Warriors Athlete of Week: Fletcher develops into clutch singles player
As a Brainerd Warrior sophomore Britney Fletcher earned All-Central Lakes Conference distinction playing No. 1 doubles with 2017 graduate Kennedy Rusk. The tandem compiled a 30-6 record last season and finished third in the subsection tournament ...
As a Brainerd Warrior sophomore Britney Fletcher earned All-Central Lakes Conference distinction playing No. 1 doubles with 2017 graduate Kennedy Rusk.
The tandem compiled a 30-6 record last season and finished third in the subsection tournament before losing what turned out to be their only match at the section tournament.
During the offseason, Fletcher prepared herself for the possibility of moving into the singles lineup this fall, playing singles whenever she had an opportunity to do so.
"We never promised her playing singles," Warriors coach Lisa Salo said. "That's something we discussed as a coaching staff-'Let's give Britney a shot to see how it goes.' She has made the transition so seamless. She's so effective there.
"Doing that meant Libby (Kurtzman) had to move to doubles, which Libby was excited about as well. Those two made the switch and it's working well for both of them."
--- --- --- --- ---
- Sport: Tennis
- Position: No. 2 singles
- Year: Junior
- Age: 16
- Height: 5-8
- Career highlight: Winning match at No. 2 singles that gave Brainerd 4-3 win over Bemidji
- Other sports: Lacrosse
- Grade-point average: 3.9
- Favorite class: Math
- Favorite food: Pasta
- Favorite TV show: "Vampire Diaries"
- Favorite website: InstaGram
- Future plans: Attend college, would like to play tennis, possibly major in nursing
- Favorite tennis player: Maria Sharapova
- Parents: Sandi and Ed Fletcher
--- --- --- --- ---
This fall, Fletcher won 17 of her first 21 matches at No. 2 singles. Included in her resume are two victories that gave Brainerd 4-3 wins over Bemidji and Willmar.
"I really like singles," Fletcher said, " ... but I never pushed singles because I really enjoyed doubles with Kennedy last year and we succeeded.
"I worked hard over the winter for singles because I like the self aspect, where it's on yourself. Some people might not like that. They like having a partner to keep them going, but I really like singles and it's been really going good."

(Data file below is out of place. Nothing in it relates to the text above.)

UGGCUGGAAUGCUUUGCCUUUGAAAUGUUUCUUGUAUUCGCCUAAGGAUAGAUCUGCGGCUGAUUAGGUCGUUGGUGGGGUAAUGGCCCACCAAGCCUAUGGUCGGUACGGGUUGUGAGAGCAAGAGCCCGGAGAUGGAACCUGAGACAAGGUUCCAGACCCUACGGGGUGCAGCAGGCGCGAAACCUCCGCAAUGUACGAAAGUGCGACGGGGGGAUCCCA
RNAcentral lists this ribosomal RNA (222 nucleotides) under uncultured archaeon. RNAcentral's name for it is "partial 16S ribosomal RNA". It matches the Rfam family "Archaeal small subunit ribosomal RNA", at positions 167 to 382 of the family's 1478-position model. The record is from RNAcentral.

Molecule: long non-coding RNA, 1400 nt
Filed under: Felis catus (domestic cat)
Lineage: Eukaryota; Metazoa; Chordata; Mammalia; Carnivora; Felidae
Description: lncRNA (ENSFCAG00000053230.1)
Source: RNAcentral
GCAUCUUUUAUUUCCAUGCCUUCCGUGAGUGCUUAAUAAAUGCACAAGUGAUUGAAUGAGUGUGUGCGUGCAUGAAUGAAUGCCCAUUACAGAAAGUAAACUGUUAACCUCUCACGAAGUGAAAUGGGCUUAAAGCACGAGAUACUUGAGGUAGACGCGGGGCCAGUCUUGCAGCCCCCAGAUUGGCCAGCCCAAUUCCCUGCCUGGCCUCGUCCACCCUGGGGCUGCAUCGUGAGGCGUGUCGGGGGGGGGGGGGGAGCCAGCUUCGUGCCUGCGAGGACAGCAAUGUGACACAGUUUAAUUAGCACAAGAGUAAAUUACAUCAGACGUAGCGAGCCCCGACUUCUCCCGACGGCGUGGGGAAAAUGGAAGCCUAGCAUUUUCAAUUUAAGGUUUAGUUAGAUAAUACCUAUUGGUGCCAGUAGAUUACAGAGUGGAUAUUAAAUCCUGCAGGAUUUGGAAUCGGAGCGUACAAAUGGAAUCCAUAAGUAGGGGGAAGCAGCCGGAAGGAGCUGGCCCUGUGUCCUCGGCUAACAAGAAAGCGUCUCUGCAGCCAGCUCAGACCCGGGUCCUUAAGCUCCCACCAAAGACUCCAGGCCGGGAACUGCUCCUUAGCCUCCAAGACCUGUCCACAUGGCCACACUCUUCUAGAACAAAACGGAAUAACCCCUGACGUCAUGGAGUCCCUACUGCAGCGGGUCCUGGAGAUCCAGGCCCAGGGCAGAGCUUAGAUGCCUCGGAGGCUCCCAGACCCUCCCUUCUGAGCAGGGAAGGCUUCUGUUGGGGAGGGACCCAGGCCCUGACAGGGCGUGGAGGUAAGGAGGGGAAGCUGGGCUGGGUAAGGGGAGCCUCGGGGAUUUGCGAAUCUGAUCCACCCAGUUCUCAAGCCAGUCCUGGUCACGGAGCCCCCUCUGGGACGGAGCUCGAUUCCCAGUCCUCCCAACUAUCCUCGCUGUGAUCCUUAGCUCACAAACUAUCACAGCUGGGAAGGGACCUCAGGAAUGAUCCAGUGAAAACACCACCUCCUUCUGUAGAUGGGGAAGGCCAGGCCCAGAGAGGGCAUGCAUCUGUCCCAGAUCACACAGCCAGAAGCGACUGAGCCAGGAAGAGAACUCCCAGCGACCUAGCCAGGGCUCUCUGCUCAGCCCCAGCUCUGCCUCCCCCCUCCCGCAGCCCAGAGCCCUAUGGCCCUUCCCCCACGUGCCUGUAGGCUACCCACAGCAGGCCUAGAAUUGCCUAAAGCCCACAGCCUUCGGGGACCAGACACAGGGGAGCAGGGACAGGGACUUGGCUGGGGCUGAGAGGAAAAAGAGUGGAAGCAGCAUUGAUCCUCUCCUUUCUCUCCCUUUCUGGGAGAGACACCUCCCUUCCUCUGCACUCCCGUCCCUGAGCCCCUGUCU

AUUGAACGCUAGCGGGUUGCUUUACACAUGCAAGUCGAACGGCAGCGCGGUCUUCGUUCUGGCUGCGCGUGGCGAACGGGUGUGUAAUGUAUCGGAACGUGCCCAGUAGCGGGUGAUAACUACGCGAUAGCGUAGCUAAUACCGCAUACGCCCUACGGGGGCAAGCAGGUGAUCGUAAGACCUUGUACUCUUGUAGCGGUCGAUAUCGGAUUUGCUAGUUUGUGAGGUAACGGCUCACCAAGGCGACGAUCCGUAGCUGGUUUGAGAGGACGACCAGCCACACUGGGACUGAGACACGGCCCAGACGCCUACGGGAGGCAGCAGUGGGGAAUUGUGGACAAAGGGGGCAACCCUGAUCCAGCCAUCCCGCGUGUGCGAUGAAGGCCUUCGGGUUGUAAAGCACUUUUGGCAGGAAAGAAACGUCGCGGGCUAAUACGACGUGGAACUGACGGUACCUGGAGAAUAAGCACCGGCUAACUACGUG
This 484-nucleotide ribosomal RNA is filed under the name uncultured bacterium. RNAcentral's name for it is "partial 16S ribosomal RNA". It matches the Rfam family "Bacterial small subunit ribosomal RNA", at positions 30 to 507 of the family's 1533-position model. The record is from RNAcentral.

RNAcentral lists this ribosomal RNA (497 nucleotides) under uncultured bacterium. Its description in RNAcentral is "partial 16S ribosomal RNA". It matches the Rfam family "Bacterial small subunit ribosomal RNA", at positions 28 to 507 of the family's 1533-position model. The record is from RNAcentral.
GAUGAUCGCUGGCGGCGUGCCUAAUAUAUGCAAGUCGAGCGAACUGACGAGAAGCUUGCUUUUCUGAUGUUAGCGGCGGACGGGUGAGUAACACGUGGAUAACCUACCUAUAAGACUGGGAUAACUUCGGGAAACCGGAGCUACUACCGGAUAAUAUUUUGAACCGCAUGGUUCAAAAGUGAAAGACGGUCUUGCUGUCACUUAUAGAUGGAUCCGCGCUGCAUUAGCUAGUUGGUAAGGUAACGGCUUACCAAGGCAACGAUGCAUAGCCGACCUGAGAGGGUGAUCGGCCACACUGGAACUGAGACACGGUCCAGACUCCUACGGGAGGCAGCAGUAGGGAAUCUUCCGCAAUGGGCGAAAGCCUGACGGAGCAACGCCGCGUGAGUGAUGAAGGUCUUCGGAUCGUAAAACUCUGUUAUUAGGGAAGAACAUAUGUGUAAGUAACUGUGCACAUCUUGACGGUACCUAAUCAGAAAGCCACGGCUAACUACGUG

Fletcher's first deciding victory was 6-4, 4-6, 6-3 over Bemidji's highly regarded Laura Palmer. The Warrior junior didn't realize she was going to provide her team with the decisive point.
"I did see Taya (Person) and Libby were playing (doubles) on the opposite side of the court," Fletcher said, "but I didn't know Libby had gotten hurt. I thought they were in the third set. I knew (the meet) was close, but I didn't know I was the deciding factor.
"It was a really good match. We rallied a lot. At the end of the match, I was hitting all of my strokes. We were pretty evenly matched. It was good to beat her. She's a highly ranked section player."
In another three-set victory Sept. 12 at Willmar, Fletcher defeated the Cardinals' Jordyn Swoboda 6-1, 7-6 (6).
"It was very hot that day," Fletcher said. "In the first set, she was making a lot of mistakes. I was pushing on her, hitting it deep. The second set she was getting a lot more in and I was completely surprised. It turned out to be a good match. We were fighting. I had a lot of set points, match points, that I lost."
Fletcher has managed to remain as composed as possible in pressure situations.
"The Bemidji match I wasn't really nervous," she said. "The Willmar match I had a little nerves because the whole team was watching me. They were all against the fence directly watching me so I was a little nervous.
"I knew (the Willmar meet) was probably close. I knew I was the deciding factor. The Bemidji match I didn't know that so I wasn't that nervous. In the Willmar match, we had a lot of close points. We went into a tiebreaker and it was really close. Nerves got to me there I think."
Salo said one quality that makes Fletcher a successful singles player is being able to play the entire court.
"What's also helped make her be successful is she has a lot of experience at net play, volleys and overheads, closing the net with her doubles experience," Salo said. "Now she's built confidence and consistency in her groundstroke game.
"She's definitely an all-court player. She can win points from the baseline just as effectively as she can transition to the net and win points from the net as well."
Salo said Fletcher loves a challenge, thrives on a close duel.
"I use quotes a lot-'Love the Battle,' and 'Pressure is a Privilege.' Britney embraces those," Salo said. "She's up for a challenge and she enjoys that. She's very athletic. She brings that composure to her competition. She stays pretty even-keel. That's a biggie for her to be so successful where she is."
A powerful serve also makes Fletcher a successful singles player.
"Her serve is a weapon," Salo said. "That girl can serve the ball. She places it well. She sets herself up so well with her serve."
Other notable efforts:
• Payge Fitterer, girls tennis, went 3-1 at No. 1 singles last week, including a victory over Rocori's Brynn Sauer, who she had never previously defeated.
• Regan McElfresh, girls soccer, scored two goals and collected five assists vs. Sauk Rapids.
• Courtney Russell, volleyball, recorded 31 kills in four matches at the Duluth East tournament and 21 vs. Sartell.
• Cara Helgeson, volleyball, registered 66 set assists at the Duluth East tournament and 41 vs. Sartell.
• Sam Miller, football, passed for 110 yards vs. Sauk Rapids.
• Charlie Geraets, football, rushed for 155 yards vs. Sauk Rapids.